The Ann Arbor Awesome Foundation awarded one of two $1,000 mini-grants to Seraphine Collective on November 5, 2017 to fund the collective’s Beat Match Brunch program for female and female-identifying DJs.
DJ culture, in Detroit and elsewhere, is male-dominated: VICE magazine reports that women make up under 10 percent of all DJs at music festivals. There is also a high barrier to entry — the cost of equipment can be prohibitive, and as beginners, women are less likely to have access to technical mentorship, practice space, and booking opportunities. In April 2016, Seraphine Collective, a Detroit community of feminists supporting marginalized Detroit artists, rose to this challenge. The collective launched its first workshop series, Beat Match Brunch, a month-long introduction to the fundamentals of the art form for aspiring female-identified DJs. The first workshop, facilitated by Detroit DJ Mother Cyborg, was so popular that about half of the applicants had to be turned away.
Eight women with diverse musical tastes and cultural backgrounds learned how to use turntables; handle, select and “read” vinyl records; isolate sounds; and use beats per minute to beat-match, all in a supportive and collaborative environment. After completing the workshop, several of the DJs have continued to independently borrow equipment, organize practice sessions, and perform at dozens of events around town.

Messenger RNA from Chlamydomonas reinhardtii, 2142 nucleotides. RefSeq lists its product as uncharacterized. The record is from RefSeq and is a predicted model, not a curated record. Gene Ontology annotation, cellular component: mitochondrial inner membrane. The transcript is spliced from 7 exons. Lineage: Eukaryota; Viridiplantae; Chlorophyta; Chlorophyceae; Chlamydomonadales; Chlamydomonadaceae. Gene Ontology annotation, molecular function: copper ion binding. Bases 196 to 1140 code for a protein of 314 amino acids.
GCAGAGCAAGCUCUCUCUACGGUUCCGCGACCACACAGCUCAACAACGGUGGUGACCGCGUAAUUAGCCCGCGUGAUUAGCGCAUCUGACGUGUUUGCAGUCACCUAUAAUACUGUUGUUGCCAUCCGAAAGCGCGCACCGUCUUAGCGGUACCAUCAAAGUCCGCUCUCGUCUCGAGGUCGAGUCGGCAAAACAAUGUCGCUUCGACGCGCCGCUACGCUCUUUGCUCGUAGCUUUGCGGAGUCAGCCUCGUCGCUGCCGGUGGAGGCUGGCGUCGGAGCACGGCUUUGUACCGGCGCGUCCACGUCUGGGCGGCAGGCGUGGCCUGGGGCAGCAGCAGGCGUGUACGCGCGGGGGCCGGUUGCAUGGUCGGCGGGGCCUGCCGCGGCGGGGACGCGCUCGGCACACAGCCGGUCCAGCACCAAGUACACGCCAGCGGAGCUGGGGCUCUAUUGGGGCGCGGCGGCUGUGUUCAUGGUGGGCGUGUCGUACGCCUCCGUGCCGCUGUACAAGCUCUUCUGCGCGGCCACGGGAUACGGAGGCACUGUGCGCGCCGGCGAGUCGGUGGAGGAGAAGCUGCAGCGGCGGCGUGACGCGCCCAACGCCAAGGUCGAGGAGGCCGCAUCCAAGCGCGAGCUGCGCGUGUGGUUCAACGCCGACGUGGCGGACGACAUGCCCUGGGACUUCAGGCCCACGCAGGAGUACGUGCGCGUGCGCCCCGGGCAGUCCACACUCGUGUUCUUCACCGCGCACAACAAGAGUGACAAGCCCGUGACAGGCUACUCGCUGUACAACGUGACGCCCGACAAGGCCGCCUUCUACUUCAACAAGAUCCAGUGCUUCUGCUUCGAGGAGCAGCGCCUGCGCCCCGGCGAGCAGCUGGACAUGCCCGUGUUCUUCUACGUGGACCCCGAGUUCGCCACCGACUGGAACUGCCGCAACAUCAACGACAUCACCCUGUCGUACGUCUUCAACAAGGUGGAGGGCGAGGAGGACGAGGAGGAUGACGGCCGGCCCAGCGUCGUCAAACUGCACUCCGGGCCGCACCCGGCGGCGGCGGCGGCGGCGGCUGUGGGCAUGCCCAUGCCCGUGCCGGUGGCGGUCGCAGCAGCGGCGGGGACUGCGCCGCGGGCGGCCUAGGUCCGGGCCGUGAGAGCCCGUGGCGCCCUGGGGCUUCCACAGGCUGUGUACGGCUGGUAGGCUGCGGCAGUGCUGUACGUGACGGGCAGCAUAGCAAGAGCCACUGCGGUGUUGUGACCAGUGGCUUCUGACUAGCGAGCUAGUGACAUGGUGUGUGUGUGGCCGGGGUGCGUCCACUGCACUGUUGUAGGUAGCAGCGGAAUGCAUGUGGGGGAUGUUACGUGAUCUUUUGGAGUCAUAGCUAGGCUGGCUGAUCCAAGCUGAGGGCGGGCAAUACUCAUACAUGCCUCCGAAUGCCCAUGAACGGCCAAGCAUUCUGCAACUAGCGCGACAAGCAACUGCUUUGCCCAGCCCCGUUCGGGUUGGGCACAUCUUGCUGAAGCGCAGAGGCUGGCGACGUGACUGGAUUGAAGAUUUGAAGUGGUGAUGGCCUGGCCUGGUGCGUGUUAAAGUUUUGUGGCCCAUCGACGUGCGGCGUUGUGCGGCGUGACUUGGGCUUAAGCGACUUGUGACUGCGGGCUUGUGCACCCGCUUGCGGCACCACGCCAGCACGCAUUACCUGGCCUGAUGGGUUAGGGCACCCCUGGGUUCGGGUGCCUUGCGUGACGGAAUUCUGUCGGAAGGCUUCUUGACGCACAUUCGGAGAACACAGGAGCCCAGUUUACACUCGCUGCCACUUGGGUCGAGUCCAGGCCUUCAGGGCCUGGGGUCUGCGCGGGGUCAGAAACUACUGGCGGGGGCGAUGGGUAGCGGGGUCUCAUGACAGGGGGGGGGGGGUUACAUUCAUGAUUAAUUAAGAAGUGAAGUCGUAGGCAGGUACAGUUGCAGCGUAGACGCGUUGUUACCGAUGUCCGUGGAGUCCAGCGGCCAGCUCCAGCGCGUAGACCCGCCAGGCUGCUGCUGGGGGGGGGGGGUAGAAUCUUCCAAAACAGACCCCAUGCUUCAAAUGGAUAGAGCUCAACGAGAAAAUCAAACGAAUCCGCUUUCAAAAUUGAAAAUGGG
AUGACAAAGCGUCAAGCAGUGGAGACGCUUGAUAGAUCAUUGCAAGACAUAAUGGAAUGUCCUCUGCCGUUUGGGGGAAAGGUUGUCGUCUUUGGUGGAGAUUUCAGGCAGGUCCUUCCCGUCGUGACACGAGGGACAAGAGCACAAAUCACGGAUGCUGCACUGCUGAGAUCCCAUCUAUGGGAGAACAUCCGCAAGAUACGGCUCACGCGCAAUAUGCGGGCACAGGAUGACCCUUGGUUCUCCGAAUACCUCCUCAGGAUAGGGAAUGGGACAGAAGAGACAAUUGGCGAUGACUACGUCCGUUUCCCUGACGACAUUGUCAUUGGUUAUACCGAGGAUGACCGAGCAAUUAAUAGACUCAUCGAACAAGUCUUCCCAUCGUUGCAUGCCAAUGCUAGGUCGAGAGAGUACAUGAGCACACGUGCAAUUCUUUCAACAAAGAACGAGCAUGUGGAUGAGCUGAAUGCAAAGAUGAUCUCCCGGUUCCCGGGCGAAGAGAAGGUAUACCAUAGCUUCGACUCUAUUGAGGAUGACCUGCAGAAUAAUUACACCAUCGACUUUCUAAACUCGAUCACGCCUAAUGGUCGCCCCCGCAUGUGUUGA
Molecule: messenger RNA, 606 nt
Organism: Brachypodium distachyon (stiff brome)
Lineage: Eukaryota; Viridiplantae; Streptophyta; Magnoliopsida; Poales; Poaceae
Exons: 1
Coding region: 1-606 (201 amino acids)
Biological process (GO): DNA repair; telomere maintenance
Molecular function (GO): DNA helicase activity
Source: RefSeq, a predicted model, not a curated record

Seraphine Collective hosted its next round of workshops, for 12 people this time, in September 2017. Additionally, the collective hopes that the Beat Match Brunch program will become self-sustaining, with graduates teaching later generations and performing at fundraising events.
Awesome Foundation funds will be used to purchase industry-standard equipment, rent practice space, compensate facilitators, and build a record library for collective use. Seraphine Collective’s first priority is to purchase at least one more set of secondhand Technics 1200 turntables, and purchase a collection of practice records. With funding from the Awesome Foundation, the collective will be able to continue opening up the dance floor as a transformative organizing space for women often marginalized by technology and media.
The Ann Arbor Awesome Foundation is the Ann Arbor chapter of the Boston-based micro-philanthropic organization known as the Awesome Foundation. Each fully autonomous chapter supports awesome projects through micro-grants, usually given out monthly. These micro-grants, $1000 or the local equivalent, come out of the pockets of the chapter’s “trustees” and are given on a no-strings-attached basis to people and groups working on awesome projects.